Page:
Helping small business owners is one of the most valuable ways for putting to good use the knowledge from an Enrolled Agent study course. Recognizing instances of incorrectly claimed expenses and understated revenue is especially important for an EA delivering optimal assistance to entrepreneurs. Enlightened understanding of problems with Schedule C preparation is aided by some recent Tax Court decisions.
An IRS examination of jointly filing taxpayers named Porch revealed that they understated income by approximately $50,000 per year in 2005 and 2006. They also claimed a number of unsubstantiated business expenses. The interesting aspect of this case is that the taxpayers attempted unsuccessfully to avert a penalty by claiming they used a tax preparer who did not sign the return. The under-reported income was blamed on the elderly tax preparer.
The lesson learned is that a non-signing tax preparer is circumventing the law and delivering no value to taxpayers. An Enrolled Agent tax preparer assures accurate work and knowledge of the law. Plus, an EA signature on a completed tax return provides some defense against the accuracy related penalty.
Taxpayers named Esrig made several errors on their tax returns, which were filed over six years late. They either misunderstood the nature of a home office for business purposes or intentionally disregarded the rules concerning this tax deduction. Home offices represent one of the complex areas of Enrolled Agent preparation courses. Mistaken home office deductions are typically quite easy for the IRS to identify.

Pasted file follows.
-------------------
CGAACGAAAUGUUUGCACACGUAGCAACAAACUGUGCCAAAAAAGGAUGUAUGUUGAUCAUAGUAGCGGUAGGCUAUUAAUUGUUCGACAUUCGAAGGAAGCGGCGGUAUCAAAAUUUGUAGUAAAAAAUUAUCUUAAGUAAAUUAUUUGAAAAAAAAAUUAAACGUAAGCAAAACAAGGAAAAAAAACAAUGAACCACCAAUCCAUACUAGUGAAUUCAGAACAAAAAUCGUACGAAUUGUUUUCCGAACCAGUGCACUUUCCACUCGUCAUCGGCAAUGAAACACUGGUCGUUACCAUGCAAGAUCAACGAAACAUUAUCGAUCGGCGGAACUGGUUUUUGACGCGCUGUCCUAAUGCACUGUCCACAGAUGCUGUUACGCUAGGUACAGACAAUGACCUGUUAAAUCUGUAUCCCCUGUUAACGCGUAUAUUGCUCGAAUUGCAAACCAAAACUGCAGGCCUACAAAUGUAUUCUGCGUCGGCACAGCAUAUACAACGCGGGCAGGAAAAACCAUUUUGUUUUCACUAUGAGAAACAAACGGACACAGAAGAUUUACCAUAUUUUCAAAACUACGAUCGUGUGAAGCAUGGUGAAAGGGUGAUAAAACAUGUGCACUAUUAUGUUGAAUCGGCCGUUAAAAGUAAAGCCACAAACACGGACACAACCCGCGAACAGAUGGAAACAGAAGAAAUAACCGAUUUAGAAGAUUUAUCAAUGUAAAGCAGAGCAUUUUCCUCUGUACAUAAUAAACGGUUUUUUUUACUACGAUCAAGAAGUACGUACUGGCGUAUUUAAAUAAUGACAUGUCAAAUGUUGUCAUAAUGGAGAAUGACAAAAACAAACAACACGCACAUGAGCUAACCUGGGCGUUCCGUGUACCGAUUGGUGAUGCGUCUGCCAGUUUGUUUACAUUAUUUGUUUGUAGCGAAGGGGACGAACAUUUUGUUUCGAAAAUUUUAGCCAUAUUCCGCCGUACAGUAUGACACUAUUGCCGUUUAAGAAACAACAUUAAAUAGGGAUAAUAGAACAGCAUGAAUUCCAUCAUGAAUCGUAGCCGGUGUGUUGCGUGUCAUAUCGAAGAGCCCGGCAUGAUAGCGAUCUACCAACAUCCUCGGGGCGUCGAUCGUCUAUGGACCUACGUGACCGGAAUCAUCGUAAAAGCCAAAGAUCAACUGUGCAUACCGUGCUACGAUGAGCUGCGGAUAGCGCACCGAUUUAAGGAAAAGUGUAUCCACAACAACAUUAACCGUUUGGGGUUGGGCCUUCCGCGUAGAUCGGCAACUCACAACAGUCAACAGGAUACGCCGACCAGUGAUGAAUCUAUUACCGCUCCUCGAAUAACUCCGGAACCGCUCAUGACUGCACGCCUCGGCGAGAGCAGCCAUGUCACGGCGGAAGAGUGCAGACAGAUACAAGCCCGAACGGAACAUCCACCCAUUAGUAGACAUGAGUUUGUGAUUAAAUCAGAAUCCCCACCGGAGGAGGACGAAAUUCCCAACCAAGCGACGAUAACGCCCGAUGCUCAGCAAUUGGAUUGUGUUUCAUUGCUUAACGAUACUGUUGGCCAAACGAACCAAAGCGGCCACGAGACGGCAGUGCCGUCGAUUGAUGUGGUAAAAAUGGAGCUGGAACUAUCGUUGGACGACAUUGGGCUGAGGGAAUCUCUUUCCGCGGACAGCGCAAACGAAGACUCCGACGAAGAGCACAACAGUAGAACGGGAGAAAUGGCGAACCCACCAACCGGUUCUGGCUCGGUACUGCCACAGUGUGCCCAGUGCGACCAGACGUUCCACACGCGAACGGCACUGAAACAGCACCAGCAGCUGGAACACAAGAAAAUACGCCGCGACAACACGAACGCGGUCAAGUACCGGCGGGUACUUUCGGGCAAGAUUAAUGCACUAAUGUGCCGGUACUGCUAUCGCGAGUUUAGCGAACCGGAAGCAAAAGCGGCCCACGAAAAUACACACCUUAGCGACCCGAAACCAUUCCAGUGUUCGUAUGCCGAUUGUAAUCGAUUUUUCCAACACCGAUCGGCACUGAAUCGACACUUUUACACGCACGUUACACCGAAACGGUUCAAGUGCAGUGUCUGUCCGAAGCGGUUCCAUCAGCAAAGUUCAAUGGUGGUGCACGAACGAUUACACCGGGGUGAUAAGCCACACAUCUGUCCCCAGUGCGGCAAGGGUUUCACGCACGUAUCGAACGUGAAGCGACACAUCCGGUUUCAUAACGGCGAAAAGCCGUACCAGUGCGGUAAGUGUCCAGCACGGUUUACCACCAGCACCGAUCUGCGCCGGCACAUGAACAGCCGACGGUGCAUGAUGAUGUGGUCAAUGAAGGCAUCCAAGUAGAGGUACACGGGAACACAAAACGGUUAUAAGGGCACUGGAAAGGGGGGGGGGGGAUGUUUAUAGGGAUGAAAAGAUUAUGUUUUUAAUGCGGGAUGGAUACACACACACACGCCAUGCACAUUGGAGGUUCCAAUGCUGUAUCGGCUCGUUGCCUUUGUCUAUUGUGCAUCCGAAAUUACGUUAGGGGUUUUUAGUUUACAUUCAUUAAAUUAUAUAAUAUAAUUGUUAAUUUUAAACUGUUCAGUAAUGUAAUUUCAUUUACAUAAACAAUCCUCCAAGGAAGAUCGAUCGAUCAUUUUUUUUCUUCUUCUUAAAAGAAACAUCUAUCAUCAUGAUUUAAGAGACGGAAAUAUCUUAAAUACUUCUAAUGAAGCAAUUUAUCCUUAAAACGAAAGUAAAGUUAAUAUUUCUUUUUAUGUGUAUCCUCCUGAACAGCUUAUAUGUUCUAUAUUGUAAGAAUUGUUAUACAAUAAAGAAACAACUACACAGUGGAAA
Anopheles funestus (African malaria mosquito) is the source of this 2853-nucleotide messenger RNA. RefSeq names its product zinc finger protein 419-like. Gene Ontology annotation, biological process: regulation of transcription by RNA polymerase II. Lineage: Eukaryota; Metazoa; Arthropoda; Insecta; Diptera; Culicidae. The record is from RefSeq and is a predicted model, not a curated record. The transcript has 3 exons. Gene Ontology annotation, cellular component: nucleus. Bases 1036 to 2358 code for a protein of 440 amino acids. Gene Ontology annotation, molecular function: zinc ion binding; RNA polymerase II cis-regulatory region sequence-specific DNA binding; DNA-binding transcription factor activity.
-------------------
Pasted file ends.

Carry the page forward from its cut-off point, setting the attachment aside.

For Esrig, the particularly troubling elements included deduction for a large fish tank in part of their home that served as a client waiting area prior to meetings. They claimed to have missed obtaining accurate instruction about their deductions and tax filing deadlines because their accountant was in prison for murdering her husband. Lacking any evidence to support their story, the court added penalties to their tax liability.
A real estate broker named Hand attempted unsuccessfully to convince the Tax Court to allow a deduction for flying lessons as a business expense. He was forced to learn in court a fact every EA knows from Enrolled Agent training courses that business education expenses must relate to skills required for an existing profession. Similar results occurred for Mobasher, a taxpayer who obtained a real estate license but worked full-time in a different business. The Tax Court denied deductions on Schedule C of expenses relating to the real estate activity, for which Mobasher received no income and had no evidence he ever conducted.
In another case, a mortgage broker named Cibotti deducted business expenses on Schedule C by claiming he was an independent contractor despite receiving a Form W-2. This normally implies an employee relationship and deduction of employee expenses on Schedule A, subject to exceeding 2 percent of gross income. Surprisingly, the Tax Court agreed with Cibotti based upon his minority ownership in the business and other factors.
Routine jobs for Enrolled Agents entail cautioning business owners about substantiating expenses and reporting all sources of income. In addition, an EA is called upon to evaluate the facts and circumstances of specific arrangements to assure that the business expenses claimed are allowable.
IRS Circular 230 Disclosure
Pursuant to the requirements of the Internal Revenue Service Circular 230, we inform you that, to the extent any advice relating to a Federal tax issue is contained in this communication, including in any attachments, it was not written or intended to be used, and cannot be used, for the purpose of (a) avoiding any tax related penalties that may be imposed on you or any other person under the Internal Revenue Code, or (b) promoting, marketing or recommending to another person any transaction or matter addressed in this communication.